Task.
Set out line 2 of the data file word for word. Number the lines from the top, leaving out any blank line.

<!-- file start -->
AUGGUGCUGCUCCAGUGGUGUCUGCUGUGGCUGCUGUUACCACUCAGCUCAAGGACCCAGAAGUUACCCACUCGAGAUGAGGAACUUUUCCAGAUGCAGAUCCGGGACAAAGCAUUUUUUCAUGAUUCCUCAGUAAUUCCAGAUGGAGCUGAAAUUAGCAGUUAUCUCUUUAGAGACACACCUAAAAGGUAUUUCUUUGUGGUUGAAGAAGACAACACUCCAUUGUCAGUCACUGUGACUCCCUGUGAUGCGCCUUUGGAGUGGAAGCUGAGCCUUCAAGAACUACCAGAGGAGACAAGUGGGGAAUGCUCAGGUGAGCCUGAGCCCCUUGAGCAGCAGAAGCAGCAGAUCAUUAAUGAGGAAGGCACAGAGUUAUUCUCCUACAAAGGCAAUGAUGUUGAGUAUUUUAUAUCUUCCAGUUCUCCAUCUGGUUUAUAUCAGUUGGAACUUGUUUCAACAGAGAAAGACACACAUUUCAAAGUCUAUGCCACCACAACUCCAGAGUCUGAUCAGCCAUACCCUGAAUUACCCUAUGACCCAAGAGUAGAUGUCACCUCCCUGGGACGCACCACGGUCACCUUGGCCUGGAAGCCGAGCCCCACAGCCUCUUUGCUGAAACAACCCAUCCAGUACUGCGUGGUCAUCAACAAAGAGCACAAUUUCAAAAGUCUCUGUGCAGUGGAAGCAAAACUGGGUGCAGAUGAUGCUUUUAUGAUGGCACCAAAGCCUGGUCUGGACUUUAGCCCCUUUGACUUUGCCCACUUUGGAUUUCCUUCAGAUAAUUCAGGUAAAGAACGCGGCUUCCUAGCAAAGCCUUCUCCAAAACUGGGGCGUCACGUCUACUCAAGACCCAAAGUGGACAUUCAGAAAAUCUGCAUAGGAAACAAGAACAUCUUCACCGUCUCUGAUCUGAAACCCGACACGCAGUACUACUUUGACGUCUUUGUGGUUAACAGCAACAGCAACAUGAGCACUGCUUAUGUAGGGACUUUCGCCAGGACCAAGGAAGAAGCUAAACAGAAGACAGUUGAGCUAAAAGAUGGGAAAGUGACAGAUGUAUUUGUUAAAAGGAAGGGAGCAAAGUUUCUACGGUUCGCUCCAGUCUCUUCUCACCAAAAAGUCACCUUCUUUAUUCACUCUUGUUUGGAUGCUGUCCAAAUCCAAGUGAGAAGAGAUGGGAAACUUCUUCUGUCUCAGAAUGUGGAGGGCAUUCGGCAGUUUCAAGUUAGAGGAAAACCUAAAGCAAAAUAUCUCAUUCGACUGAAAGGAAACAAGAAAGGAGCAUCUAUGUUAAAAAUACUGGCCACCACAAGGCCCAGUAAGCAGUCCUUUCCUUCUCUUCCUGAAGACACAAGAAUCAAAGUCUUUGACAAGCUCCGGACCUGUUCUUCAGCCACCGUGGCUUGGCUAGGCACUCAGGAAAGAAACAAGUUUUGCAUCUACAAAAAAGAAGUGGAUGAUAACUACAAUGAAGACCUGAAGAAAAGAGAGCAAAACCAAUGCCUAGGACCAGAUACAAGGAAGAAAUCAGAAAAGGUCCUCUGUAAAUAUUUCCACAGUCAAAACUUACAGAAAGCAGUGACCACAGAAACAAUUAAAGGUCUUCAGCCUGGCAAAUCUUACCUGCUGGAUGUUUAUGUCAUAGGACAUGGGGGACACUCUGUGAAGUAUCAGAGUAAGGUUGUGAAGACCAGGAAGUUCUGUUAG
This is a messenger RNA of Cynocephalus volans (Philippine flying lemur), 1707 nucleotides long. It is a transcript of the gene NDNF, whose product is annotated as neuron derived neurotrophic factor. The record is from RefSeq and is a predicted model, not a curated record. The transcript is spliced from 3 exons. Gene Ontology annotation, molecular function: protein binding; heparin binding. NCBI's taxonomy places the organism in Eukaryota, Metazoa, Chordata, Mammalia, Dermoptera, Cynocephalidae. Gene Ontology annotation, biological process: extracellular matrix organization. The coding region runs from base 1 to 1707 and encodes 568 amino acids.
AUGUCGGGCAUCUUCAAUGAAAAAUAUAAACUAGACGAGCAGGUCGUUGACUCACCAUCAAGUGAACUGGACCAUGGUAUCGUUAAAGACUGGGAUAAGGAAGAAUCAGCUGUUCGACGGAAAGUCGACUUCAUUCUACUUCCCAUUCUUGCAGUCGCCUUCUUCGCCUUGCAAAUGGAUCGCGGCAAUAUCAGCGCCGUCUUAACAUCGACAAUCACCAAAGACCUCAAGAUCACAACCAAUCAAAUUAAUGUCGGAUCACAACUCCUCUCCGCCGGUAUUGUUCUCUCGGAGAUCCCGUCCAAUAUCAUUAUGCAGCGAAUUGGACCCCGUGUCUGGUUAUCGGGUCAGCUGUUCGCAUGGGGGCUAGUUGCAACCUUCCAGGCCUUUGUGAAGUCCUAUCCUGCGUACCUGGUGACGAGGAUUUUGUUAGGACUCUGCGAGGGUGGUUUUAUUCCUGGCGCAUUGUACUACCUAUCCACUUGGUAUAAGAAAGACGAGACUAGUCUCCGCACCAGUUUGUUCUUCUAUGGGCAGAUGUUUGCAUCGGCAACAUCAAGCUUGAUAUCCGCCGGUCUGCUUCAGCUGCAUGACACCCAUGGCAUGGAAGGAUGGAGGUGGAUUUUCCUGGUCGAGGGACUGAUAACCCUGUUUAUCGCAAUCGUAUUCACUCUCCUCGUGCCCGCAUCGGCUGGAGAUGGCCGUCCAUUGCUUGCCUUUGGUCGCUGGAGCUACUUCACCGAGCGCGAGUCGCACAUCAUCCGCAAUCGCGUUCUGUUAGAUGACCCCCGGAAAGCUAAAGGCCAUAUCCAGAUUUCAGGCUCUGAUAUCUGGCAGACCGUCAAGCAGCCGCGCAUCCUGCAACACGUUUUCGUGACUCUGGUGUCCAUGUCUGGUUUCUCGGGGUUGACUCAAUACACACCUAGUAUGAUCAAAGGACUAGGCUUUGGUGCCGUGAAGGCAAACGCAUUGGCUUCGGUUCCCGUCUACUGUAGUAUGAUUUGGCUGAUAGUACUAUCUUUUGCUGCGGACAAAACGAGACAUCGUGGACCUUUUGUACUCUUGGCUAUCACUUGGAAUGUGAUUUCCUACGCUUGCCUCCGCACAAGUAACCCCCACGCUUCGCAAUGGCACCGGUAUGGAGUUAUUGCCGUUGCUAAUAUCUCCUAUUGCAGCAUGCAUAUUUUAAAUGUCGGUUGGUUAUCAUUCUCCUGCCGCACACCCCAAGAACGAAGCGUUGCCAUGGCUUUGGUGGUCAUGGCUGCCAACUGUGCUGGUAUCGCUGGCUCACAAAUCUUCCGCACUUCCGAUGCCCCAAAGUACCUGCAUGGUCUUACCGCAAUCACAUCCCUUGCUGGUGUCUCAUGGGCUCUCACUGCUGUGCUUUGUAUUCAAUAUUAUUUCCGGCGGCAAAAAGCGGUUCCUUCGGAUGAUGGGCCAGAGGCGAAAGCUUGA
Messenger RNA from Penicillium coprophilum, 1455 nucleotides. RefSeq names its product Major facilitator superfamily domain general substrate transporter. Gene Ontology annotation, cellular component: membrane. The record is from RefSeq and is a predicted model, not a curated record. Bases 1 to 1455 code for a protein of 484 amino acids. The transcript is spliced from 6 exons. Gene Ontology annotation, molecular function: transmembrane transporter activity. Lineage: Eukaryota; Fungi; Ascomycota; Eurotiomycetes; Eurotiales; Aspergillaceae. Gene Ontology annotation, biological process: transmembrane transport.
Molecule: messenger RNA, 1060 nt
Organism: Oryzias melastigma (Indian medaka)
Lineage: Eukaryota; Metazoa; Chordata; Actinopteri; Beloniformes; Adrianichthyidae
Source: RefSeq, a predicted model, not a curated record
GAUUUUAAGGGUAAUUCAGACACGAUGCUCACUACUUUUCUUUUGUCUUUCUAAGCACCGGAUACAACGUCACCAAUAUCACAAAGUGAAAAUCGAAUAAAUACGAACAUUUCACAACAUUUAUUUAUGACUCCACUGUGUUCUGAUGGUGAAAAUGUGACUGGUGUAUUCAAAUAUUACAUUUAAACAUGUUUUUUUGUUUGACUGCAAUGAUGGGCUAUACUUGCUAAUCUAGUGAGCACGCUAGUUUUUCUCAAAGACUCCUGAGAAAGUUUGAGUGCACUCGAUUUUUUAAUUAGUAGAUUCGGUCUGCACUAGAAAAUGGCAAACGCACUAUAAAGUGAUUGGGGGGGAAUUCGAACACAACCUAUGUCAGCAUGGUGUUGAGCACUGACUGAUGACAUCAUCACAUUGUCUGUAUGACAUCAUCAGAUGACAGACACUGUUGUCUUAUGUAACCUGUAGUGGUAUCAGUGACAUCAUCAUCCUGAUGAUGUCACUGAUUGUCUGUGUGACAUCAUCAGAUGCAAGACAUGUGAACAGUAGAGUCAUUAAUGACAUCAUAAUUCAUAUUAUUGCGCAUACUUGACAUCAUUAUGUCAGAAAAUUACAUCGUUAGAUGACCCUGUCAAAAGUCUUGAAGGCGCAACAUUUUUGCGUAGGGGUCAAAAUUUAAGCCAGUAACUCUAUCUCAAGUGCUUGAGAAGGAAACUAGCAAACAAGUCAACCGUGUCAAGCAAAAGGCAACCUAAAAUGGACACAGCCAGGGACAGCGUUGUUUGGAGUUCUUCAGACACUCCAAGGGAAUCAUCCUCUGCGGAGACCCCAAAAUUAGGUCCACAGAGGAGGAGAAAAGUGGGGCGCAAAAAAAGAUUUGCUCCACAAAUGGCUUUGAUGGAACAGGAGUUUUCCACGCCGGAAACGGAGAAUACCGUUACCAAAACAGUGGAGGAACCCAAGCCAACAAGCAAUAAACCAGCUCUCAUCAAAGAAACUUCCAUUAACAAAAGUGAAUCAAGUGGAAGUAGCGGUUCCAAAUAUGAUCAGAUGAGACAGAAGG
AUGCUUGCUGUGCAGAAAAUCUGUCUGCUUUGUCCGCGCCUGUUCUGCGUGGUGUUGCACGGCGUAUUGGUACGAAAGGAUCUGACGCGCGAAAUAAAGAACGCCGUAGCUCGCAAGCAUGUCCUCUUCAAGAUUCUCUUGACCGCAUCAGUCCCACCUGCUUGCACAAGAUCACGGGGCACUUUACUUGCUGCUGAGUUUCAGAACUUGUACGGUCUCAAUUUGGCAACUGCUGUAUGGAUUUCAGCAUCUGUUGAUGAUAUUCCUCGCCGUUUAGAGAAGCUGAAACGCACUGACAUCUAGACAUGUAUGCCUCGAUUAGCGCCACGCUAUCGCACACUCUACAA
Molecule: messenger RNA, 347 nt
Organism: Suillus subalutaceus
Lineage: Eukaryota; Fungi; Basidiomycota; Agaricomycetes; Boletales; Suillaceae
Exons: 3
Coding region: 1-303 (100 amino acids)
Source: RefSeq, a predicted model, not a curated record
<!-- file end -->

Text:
This is a messenger RNA of Cynocephalus volans (Philippine flying lemur), 1707 nucleotides long. It is a transcript of the gene NDNF, whose product is annotated as neuron derived neurotrophic factor. The record is from RefSeq and is a predicted model, not a curated record. The transcript is spliced from 3 exons. Gene Ontology annotation, molecular function: protein binding; heparin binding. NCBI's taxonomy places the organism in Eukaryota, Metazoa, Chordata, Mammalia, Dermoptera, Cynocephalidae. Gene Ontology annotation, biological process: extracellular matrix organization. The coding region runs from base 1 to 1707 and encodes 568 amino acids.